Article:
At the end of April, Bee was diagnosed with MS which is a life-long condition affecting the brain and spinal cord, which can cause problems with vision, arm or leg movement, sensation or balance according to the NHS.

According to the Multiple Sclerosis Trust, the first symptom one in four people experience is optic neuritis, a common eye problem where inflammation affects the optic nerve, causing poor vision.

Bee after her diagnosis (PA Real Life/Collect)

“My leg is in a splint, so they had to help me to walk. I have to use a mobility scooter if I go out, but am walking short distances now," Bee said.

“I had to relearn my words. When I was talking to my mum and dad over Zoom from hospital, they found it hard to understand what I was saying."

“I still can't use a computer keyboard, because it doesn't make sense to me and I have to use the Siri app on my phone so I can speak into it, rather than texting using my hands."

But, she's not letting that stop her.

“I can play the piano with only my left hand, as if I grab something with my right hand I can't release it. I have no feeling in my fingers at the moment," she said.

“But I can still sing, which has been a lifeline for me. I've been able to carry on my weekly lessons with my singing teacher over Zoom.I was so upset, because I'd just started my own business when this happened. Everything seemed to be going in the right direction, then I was struck down by MS."

Bee after her diagnosis (PA Real Life/Collect)

“How could I go from being so active, dancing and playing the piano to this?" she said.

Bee was allowed home from the rehabilitation centre at the beginning of June and since then has relied on family and friends to help.

“I needed someone to help me dress and do everyday things, but I'm getting better at that every day," she said.

Bee's studio (PA Real Life/Collect)

“My friend Bethany, who is an occupational therapist, has been an amazing support to me," she continued.

Bee continues to see a physiotherapist and was having speech therapy over Zoom, but that finished at the end of July.

Bee and her family now hope that the medication will slow the progression of the disease.

Meanwhile, her relatives and friends are raising money to help Bee attend a rehabilitation centre in nearby, providing physical and speech therapy in the hope that she can regain some of the strength she has lost through the disease.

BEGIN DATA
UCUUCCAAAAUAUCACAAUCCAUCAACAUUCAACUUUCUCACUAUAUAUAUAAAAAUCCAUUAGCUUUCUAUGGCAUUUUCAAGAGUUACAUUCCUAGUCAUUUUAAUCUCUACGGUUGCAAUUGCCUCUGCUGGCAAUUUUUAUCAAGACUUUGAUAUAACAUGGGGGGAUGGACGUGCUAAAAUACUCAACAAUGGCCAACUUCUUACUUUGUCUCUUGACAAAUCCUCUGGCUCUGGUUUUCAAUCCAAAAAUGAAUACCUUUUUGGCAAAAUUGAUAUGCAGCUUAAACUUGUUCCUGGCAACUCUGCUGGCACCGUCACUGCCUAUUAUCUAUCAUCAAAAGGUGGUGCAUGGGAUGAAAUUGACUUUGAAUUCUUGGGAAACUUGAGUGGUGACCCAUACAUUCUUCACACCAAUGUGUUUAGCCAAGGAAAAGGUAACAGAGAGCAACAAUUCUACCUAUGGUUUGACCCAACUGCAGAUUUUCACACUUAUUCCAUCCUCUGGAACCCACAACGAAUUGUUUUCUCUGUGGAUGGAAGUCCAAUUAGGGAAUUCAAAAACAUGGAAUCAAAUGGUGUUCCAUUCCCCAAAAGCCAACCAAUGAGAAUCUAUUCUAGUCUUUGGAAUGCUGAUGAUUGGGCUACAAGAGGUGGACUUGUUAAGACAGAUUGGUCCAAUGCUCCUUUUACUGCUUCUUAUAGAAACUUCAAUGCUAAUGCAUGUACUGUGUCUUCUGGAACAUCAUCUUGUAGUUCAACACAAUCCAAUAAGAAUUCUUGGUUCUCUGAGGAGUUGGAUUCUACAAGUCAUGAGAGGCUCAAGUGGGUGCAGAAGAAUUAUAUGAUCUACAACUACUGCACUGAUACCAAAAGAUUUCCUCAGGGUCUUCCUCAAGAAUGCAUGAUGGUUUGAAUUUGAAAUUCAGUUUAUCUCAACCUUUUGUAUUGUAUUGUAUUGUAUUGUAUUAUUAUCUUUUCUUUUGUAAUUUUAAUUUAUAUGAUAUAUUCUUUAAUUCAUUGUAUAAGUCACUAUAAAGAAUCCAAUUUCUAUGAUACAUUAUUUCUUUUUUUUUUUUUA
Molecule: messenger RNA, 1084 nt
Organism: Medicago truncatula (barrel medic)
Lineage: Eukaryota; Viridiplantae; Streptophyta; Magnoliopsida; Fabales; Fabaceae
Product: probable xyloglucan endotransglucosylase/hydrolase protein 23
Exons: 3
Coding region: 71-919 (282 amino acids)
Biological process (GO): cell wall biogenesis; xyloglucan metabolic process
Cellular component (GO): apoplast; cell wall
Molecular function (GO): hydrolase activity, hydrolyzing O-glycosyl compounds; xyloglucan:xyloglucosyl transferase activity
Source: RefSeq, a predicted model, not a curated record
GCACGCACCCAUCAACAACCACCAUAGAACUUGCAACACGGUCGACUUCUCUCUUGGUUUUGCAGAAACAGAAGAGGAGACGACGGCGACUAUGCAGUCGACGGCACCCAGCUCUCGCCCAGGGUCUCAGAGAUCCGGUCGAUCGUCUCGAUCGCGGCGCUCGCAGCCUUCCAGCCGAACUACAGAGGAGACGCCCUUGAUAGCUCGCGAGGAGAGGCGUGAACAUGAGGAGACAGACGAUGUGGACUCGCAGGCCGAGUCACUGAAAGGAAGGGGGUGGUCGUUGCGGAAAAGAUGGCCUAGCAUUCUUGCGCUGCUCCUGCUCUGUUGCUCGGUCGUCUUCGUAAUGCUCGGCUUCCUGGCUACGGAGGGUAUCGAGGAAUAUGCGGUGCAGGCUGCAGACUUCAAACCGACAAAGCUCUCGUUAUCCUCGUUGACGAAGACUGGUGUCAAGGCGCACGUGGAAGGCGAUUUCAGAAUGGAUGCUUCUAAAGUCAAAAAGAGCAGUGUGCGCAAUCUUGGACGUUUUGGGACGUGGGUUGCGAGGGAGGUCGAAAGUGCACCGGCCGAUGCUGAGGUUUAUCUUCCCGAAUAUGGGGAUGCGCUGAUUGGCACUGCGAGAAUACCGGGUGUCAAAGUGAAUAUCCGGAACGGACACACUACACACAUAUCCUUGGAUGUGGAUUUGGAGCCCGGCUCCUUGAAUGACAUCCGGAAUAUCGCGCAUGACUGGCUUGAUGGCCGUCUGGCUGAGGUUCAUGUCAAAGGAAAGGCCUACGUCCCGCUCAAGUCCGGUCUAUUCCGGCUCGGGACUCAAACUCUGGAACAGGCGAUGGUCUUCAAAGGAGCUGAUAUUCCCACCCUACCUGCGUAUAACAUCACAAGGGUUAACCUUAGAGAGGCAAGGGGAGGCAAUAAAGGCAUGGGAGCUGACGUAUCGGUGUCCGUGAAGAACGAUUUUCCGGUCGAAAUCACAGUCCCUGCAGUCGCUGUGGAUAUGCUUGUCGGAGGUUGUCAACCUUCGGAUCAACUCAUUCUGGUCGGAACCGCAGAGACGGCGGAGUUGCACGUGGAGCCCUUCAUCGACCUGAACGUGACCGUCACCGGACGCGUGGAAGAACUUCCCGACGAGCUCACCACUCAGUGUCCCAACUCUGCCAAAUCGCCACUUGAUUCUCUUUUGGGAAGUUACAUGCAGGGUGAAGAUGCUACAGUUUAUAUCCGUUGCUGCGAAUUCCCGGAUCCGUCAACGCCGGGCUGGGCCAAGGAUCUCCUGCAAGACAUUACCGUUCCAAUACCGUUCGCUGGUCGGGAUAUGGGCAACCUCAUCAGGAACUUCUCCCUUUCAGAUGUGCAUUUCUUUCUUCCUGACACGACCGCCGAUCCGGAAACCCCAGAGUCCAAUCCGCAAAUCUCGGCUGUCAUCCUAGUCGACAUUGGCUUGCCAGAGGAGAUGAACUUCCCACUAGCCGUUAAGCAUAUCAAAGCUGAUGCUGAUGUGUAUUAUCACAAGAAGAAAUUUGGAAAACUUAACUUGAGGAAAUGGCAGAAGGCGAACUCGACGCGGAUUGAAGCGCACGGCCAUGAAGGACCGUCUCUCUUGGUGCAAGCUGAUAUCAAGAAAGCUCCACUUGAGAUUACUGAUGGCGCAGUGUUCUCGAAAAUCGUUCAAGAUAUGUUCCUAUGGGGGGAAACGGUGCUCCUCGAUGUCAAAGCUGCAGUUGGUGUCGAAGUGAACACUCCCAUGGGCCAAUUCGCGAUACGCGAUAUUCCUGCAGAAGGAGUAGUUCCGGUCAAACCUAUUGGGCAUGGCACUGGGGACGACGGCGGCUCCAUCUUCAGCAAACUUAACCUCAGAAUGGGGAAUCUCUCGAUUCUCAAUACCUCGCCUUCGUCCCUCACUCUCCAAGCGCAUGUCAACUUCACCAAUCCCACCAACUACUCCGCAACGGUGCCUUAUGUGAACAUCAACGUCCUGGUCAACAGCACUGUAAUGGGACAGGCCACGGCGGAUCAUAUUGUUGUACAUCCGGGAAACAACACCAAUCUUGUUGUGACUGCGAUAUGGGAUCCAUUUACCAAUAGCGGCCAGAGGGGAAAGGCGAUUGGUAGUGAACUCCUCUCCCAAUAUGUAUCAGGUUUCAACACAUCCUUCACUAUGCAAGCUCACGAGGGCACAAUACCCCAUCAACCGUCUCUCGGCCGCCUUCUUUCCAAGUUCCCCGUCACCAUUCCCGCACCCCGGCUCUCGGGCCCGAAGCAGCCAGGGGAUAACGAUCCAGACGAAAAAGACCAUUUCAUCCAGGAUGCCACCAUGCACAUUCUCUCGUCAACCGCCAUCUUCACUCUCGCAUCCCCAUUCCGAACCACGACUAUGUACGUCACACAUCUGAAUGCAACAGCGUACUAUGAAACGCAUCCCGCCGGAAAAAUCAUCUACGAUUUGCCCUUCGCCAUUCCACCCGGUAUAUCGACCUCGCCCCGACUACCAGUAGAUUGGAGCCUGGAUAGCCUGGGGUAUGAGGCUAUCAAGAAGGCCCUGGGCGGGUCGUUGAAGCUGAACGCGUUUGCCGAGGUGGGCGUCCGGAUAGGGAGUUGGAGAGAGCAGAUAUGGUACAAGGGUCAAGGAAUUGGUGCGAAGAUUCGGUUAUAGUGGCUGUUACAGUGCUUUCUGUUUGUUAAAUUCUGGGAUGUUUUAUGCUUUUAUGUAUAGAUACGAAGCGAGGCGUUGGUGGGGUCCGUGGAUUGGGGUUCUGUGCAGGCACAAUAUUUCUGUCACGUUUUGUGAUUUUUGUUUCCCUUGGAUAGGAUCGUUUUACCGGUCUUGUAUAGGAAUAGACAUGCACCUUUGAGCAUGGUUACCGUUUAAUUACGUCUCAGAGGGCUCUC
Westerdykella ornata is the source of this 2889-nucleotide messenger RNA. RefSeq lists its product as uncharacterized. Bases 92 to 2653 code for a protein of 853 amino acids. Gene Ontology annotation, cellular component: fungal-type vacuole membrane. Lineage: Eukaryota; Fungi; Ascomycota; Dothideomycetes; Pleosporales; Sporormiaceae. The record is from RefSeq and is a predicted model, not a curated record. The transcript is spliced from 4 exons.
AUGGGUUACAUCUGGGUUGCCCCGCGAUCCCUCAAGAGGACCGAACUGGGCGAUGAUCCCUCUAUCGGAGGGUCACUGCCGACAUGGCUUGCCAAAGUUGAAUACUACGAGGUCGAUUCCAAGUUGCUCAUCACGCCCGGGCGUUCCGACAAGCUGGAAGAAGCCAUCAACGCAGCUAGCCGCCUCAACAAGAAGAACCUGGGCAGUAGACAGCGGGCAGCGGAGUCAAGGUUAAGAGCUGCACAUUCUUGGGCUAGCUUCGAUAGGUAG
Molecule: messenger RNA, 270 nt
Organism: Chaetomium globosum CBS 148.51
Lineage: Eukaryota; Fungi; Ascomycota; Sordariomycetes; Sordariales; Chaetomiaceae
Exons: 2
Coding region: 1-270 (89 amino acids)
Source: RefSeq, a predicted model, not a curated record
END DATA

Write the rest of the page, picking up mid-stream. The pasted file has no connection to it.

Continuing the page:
Last month, Bee's piano teacher Tamsin Kennard played the instrument for 12 hours straight, raising more than $2,500 to pay for therapy.

And Bee's own students are planning to walk the distance of a marathon, 26.2 miles, to raise money for her in November.

Bee before her diagnosis (PA Real Life/Collect)

Buoyed by everyone's support, the talented young woman is determined to keep smiling despite her ordeal.

“I want to be perfect at everything I was doing before, from playing the piano, to singing and acting," she said. “I want to get all that back."

“I've fought back from being paralyzed down one side of my body. Rather than sitting and thinking, 'There's nothing I can do,' I've been determined to recover."

Bee before her diagnosis (PA Real Life/Collect)

“I'm able to walk short distances across the garden and my speech is improving all the time. If I've managed that in a few months, I am sure I will get where I want to be," she said.

“I always tell myself it could be worse and I want to send a positive message to others like me, that they can achieve what they want with hard work and determination."

“I've had lots of support from my family and friends. Everybody has been amazing."

Bee before her diagnosis (PA Real Life/Collect)

“Now I can't wait to get back to my business. I know it's still waiting for me and everyone says what a good job I've done, so I know I'm going to crack this," she added.

You can follow Bee's journey on her YouTube channel here. To donate to her GoFundMe, click here.